In 2022, the Government of Colombia, with a coalition of partners including WWF, demonstrated its commitment to conservation by signing a joint declaration to launch a new PFP initiative called Heritage Colombia, which secures $245 million USD to permanently protect 32 million hectares of iconic Colombian landscapes and seascapes.

Securing Coastal Ecosystems in Belize
In 2021, the Government of Belize, WWF, and The Nature Conservancy signed an MOU to secure protection of the country’s marine and coastal ecosystems through a PFP.

Mobilizing Partners and Governments for Global Climate Action
The 2021 UN climate conference marked a major moment for global climate progress. Leading up to the conference, and throughout the negotiations, WWF mobilized the private sector, US government, local governments, and others to deliver new commitments and develop clear implementation plans.

Working with Companies to Conserve Forests
In FY22, Forests Forward grew to include seven companies, most recently welcoming Procter & Gamble and Sylvamo. In 2021, HP Inc. committed $80 million to address the impacts on forests of paper used in HP printers. By 2022, HP and WWF identified three critical landscapes (Australia, Brazil, Peru) in which to expand their joint work. The partnership will impact nearly 1 million acres of forest landscapes and sets the bar for corporate responsibility for even the indirect environmental impacts of business.

Progress Toward Global Plastics Treaty
In 2022, a WWF poll found overwhelming public demand for a global treaty to address the plastic crisis, and the UN Environment Assembly committed to establishing a legally binding international agreement by 2024. WWF played a key role by engaging the US Department of State and rallying support from business leaders, and WWF activists in the US, who sent nearly 800,000 messages calling for the treaty.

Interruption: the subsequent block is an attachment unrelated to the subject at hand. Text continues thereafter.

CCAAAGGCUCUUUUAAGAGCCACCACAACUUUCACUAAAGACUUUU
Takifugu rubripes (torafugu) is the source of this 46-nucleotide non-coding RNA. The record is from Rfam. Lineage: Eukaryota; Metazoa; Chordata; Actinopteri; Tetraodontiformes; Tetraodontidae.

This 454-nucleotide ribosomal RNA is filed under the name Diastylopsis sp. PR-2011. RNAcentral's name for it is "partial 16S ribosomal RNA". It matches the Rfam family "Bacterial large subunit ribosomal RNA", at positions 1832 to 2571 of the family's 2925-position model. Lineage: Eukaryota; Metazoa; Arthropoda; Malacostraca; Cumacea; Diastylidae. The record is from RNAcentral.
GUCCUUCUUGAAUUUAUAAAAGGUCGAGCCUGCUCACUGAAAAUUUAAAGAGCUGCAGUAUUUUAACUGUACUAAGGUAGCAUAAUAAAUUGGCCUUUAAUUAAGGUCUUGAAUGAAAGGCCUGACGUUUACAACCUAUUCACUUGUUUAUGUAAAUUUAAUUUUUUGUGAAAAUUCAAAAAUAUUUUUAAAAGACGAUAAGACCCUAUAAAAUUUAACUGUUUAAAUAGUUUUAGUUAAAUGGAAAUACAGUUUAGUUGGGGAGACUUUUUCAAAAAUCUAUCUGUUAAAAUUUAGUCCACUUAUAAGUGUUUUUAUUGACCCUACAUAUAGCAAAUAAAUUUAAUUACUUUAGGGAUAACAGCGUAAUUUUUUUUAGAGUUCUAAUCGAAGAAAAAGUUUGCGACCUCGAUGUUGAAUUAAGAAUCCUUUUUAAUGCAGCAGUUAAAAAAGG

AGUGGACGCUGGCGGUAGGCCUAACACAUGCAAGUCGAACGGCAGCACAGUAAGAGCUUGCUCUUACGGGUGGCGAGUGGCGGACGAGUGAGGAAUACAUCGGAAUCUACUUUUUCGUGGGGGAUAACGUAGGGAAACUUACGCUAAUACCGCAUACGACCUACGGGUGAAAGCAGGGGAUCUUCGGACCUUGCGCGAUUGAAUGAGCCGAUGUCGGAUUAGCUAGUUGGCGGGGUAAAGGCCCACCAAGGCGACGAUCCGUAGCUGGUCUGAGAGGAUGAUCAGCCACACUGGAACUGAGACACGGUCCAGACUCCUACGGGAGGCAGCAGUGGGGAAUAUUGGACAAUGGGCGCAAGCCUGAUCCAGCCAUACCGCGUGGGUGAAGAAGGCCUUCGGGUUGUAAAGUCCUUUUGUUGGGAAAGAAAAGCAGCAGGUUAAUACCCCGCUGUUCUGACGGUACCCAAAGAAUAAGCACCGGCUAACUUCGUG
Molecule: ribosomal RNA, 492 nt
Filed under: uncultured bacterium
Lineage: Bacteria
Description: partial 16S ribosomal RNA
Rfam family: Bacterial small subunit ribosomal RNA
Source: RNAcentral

Celebrating Progress During the Year of the Tiger
In 2010, leaders pledged to try to double the number of tigers in the wild by 2022. WWF and partners leveraged that moment to assess progress, and to apply lessons learned to better inform the world’s approach to tiger conservation. In FY23, the IUCN’s tiger population survey estimated that wild tigers increased from about 3,200 in 2010 to about 4,500 in 2022. And Nepal announced that its population of wild tigers had nearly tripled since 2009.


World Wildlife Fund, Inc.

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The people, governance practices, and partners that make the organization tick.


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Connect with nonprofit leaders